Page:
Steward Donaldson & Christina Christie (Claremont Graduate University) and a couple of other speakers were quite adamant that if “Evaluation” wants to be taken seriously as a field, we need more research to develop theories that go beyond only telling us how to do evaluations. Internationally evaluation is being recognized as a Meta-Discipline and a Profession, but as a field of science we really don’t have a lot of research about evaluation. Our theories are more likely to tell us how to do evaluations and what tool sets to use, but we have very little objective evidence that one way of doing evaluations is better or produce better results than another.

Theory of Evaluation might develop in some interesting ways
There was also talk about some likely future advances in evaluation theory. Melvin Mark (Current AEA President) said that looking for one comprehensive theory of evaluation is probably not going to deliver results. Different theories are useful under different circumstance. What we should aim for are more contingency theories that tell us when to do what. Current examples of contingency theories include Patton’s Utilization Focused Evaluation Approach - The intended use by intended users determines what kind of evaluation will be done. Theories that take into account the phase of implementation is also critically important. More theories on specific content areas are likely to be very useful e.g. evaluation influence, stakeholder engagement etc. Bill Trochim (President-Elect of AEA) presented a paper on Evolutionary Evaluation that was quite thought provoking and continued from thinking of Donald Campbell etc.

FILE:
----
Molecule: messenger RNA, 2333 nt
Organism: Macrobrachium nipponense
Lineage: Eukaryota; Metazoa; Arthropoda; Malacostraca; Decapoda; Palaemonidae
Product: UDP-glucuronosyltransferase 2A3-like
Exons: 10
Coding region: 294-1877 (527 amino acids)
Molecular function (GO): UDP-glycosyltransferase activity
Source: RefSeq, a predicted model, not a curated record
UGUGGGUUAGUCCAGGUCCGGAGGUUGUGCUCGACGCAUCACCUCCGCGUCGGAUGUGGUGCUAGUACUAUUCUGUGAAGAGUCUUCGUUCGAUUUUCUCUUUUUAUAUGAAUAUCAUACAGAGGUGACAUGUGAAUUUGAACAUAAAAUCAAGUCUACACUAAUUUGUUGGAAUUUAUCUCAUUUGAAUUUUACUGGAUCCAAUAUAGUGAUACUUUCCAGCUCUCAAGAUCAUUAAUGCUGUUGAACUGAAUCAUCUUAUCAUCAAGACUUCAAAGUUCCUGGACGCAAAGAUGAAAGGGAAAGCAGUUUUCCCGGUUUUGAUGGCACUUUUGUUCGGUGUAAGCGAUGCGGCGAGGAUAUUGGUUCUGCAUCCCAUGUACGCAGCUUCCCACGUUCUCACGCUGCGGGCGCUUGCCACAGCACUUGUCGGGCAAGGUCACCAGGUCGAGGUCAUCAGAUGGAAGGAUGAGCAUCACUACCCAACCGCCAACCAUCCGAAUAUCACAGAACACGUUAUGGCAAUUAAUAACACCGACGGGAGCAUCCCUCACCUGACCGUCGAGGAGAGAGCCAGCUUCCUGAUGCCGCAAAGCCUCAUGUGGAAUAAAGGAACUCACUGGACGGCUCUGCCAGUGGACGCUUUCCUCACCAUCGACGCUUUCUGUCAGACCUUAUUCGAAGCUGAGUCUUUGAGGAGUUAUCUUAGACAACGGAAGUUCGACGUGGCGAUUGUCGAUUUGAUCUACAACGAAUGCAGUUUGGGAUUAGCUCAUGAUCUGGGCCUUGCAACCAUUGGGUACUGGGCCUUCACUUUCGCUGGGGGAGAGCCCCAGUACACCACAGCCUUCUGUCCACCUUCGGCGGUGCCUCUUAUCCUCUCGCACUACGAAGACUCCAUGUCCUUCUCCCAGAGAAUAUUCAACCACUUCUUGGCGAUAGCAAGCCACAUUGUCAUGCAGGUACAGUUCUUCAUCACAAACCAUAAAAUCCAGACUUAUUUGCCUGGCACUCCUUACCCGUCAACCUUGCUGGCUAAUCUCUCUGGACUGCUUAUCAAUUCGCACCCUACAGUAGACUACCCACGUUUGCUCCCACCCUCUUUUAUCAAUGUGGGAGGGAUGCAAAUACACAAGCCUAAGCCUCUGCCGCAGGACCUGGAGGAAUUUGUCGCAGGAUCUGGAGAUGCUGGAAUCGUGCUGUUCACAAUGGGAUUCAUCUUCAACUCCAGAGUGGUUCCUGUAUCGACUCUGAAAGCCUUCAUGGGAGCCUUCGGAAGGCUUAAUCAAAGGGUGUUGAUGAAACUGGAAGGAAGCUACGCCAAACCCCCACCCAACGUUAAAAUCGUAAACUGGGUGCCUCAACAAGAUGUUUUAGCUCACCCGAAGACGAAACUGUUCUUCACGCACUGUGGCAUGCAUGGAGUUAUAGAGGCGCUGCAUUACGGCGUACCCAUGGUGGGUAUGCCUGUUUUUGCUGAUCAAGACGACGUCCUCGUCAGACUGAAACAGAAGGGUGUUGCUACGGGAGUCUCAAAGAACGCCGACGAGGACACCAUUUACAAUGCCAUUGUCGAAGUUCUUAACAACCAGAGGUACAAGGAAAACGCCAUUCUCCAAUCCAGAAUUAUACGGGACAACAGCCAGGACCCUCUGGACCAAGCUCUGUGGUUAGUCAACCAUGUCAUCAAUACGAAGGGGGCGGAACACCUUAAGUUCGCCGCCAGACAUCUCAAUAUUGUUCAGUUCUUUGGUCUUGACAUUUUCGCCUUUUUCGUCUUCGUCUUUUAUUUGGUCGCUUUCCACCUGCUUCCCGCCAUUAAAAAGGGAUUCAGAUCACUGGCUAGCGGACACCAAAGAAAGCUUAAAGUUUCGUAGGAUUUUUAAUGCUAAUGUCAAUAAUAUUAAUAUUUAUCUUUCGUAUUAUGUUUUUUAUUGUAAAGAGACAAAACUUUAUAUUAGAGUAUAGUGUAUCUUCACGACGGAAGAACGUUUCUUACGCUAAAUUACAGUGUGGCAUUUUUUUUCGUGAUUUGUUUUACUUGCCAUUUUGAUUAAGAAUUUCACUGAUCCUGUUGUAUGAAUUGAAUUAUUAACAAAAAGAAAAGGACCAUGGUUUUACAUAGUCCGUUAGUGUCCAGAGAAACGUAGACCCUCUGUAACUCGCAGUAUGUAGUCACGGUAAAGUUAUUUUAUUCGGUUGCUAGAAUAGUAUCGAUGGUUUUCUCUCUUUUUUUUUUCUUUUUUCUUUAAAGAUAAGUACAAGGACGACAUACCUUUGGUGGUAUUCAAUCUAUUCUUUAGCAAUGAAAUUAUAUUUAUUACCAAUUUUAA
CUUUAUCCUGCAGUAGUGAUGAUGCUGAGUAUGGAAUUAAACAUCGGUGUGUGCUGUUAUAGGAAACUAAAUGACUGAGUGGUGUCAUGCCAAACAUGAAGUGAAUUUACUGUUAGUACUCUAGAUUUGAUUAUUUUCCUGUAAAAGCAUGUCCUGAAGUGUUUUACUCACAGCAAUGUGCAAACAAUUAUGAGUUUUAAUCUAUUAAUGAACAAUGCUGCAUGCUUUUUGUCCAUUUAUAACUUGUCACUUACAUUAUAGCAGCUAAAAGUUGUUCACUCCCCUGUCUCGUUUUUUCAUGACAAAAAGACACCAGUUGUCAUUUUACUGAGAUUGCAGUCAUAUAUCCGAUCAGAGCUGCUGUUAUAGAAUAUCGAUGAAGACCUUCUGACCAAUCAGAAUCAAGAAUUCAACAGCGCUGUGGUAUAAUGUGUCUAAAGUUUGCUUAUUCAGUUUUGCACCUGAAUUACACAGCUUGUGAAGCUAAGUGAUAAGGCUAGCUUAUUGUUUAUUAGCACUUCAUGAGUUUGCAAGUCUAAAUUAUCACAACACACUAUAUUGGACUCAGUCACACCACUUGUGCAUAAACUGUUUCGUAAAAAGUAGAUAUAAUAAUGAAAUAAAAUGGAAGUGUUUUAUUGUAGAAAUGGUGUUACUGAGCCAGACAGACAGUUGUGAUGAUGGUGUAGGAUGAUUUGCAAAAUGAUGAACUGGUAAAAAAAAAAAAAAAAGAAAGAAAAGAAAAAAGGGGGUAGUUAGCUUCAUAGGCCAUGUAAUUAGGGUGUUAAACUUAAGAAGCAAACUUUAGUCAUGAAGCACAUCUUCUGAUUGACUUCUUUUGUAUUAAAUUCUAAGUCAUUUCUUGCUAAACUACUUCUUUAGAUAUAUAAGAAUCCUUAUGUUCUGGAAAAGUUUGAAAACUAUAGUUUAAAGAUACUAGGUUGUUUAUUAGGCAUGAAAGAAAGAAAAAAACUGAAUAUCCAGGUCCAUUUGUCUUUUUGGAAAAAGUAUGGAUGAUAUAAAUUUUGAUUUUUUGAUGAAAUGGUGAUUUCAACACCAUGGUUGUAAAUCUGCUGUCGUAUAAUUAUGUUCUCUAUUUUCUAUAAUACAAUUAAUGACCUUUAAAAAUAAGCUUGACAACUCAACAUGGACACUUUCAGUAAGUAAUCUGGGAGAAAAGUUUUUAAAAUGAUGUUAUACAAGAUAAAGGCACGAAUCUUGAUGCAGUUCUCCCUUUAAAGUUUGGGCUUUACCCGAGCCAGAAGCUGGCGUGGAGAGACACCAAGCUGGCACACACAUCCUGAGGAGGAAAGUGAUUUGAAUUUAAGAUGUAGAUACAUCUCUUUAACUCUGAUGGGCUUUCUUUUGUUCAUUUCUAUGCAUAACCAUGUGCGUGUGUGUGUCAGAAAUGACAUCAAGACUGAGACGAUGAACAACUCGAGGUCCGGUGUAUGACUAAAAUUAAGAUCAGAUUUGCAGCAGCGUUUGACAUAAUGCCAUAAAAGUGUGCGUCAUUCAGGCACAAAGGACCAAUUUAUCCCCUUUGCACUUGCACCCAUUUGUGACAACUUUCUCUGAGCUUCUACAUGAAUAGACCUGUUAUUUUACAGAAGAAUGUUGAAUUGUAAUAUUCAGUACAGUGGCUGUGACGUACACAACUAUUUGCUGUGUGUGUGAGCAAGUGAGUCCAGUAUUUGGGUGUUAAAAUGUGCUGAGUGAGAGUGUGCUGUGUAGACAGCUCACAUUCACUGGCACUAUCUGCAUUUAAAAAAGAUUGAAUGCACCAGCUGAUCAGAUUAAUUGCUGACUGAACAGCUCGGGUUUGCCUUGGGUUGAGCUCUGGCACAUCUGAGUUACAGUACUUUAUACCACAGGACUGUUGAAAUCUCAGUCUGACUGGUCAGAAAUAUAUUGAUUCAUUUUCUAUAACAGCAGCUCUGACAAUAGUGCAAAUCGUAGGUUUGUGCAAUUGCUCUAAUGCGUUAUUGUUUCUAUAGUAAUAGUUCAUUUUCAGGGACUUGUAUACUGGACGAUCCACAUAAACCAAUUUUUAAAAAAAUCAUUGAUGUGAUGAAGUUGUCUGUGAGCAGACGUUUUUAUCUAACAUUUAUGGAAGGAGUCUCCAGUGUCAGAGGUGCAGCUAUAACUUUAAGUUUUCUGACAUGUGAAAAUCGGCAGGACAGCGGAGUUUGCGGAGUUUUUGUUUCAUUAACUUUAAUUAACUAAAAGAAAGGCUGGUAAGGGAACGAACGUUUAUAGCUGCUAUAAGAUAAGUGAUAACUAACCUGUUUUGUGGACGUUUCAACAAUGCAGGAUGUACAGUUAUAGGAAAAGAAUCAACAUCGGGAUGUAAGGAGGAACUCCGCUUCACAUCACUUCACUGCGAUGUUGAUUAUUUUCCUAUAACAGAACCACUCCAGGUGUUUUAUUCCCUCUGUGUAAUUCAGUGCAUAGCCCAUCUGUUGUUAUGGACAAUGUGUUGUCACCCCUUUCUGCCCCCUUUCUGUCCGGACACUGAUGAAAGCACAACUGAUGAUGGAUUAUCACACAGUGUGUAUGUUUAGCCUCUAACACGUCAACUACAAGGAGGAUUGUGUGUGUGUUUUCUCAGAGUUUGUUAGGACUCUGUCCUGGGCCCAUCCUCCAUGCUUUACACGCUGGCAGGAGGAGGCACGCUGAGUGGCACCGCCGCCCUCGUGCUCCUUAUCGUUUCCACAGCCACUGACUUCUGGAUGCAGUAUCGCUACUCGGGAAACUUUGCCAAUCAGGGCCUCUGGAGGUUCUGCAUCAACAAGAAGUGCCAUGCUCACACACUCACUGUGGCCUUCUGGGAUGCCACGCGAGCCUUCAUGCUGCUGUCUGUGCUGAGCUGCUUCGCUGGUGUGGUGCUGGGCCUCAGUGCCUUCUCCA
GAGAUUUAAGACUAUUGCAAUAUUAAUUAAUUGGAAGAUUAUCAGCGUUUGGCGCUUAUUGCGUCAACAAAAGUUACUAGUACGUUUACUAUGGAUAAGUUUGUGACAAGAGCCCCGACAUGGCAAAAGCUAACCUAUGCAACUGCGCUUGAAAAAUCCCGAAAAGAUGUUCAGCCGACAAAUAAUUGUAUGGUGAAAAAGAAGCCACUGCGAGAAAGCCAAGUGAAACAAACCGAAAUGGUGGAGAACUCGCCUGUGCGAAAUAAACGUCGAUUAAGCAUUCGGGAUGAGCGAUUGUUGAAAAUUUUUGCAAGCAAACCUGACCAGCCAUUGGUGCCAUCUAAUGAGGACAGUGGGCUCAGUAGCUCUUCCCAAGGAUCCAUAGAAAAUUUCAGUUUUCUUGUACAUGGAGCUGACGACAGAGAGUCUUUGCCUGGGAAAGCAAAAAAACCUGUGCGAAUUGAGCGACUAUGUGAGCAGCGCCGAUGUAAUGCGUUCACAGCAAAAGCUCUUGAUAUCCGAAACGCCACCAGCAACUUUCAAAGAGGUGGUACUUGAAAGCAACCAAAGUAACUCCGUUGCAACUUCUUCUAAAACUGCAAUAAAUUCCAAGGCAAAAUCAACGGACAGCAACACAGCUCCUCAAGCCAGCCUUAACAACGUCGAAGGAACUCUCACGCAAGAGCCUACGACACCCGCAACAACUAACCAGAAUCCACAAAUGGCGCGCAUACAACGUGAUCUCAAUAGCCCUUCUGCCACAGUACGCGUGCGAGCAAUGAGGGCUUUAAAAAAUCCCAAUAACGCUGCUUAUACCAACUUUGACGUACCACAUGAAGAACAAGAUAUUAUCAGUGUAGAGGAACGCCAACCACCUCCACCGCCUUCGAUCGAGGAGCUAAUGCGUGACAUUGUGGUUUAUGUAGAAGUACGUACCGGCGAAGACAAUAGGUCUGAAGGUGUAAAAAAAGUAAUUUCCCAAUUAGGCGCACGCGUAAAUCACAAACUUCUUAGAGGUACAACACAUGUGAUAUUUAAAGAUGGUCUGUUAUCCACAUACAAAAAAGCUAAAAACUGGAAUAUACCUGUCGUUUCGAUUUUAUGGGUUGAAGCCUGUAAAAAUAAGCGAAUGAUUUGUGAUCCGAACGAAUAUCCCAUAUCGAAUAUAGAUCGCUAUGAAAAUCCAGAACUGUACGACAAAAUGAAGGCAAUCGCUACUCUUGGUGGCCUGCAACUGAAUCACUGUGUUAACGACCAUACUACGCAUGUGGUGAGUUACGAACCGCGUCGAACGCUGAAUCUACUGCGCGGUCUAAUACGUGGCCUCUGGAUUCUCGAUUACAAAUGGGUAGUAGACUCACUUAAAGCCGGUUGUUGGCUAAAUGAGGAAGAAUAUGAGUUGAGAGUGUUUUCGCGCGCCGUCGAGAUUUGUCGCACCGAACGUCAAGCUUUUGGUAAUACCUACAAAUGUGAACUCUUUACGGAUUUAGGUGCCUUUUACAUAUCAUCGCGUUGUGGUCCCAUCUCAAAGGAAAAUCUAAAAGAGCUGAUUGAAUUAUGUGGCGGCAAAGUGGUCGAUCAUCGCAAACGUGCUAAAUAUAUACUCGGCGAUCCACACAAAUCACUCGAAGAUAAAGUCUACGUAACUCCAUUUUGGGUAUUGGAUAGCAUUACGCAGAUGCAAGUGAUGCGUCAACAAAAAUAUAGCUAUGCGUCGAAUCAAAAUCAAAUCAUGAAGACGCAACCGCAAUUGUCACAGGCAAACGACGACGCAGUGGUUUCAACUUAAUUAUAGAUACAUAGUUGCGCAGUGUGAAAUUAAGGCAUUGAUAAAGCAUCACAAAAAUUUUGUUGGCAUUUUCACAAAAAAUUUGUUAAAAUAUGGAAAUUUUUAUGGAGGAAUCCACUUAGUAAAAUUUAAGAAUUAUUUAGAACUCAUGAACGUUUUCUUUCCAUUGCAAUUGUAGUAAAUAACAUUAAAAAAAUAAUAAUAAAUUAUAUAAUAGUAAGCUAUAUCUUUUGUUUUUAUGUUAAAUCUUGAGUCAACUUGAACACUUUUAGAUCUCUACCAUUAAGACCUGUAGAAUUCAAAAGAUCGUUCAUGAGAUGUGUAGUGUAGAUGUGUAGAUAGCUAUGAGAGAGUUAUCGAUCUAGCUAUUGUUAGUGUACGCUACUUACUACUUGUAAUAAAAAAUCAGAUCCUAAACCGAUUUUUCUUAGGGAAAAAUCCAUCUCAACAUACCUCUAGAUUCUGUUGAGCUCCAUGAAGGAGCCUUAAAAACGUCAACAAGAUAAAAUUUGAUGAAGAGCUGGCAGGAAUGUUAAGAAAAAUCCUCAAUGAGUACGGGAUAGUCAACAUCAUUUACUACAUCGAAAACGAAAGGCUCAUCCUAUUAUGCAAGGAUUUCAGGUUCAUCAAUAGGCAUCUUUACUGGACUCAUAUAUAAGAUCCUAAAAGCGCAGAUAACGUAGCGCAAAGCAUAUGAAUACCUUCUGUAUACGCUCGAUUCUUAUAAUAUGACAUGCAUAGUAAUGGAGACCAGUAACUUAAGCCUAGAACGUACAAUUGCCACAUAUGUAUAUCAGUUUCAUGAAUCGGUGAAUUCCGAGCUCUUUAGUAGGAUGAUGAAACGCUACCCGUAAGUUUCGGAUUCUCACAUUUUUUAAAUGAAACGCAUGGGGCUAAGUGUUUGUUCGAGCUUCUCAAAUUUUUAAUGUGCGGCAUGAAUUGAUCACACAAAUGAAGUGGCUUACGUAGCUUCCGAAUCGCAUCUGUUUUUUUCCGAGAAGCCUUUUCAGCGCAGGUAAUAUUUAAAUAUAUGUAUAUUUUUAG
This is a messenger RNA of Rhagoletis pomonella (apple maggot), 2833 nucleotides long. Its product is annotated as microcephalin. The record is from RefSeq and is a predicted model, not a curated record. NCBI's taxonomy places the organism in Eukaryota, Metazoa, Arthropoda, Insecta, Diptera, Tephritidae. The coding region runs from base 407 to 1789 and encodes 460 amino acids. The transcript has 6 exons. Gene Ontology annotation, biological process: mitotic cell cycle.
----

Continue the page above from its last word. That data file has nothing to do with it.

Evaluation for Accountability
Baronness Onora O’Neill (President of the British Academy) expanded what accountability through evaluation means by expanding on the question “Who should be held accountable and by whom?” She indicated that evaluation is but one of a range of activities that’s required to keep governments and their agencies accountable, yet a very critical one. The issue of evaluation for accountability was also echoed by other speakers like Sulley Gariba (From Ghana, previous president of IDEAS) with vivid descriptions of how the African Peer Review Mechanism could be seen as one such type of evaluation that delivers results when communicated to the critical audience.

Evidence Based Policy Making / Programming
Since the European Commission an the OECD was well represented, many of the presentations focused on / touched on topics relating to evidence based policy making. The DAC principles of Evaluation for development assistance (namely Relevance, Effectiveness, Efficiency, Impact, Sustainability) seems to be quite entrenched in evaluation systems, but innovative and useful ways of measuring impact level results was explored by quite some speakers.

Interesting Resources
Some interesting resources that I learned of during the conference include: An online resource of the European Union for the evaluation of Socio-economic development.
The SAGE Handbook of Evaluation Edited by Ian Shaw, Jennifer Green, and Melvin Mark. More information at:
Encyclopedia for Evaluation edited by Sandra Mathisson. More info at: Other Guidelines for good practice:
[1] For more info about the Paris Declaration look at,2340,en_2649_3236398_35401554_1_1_1_1,00.html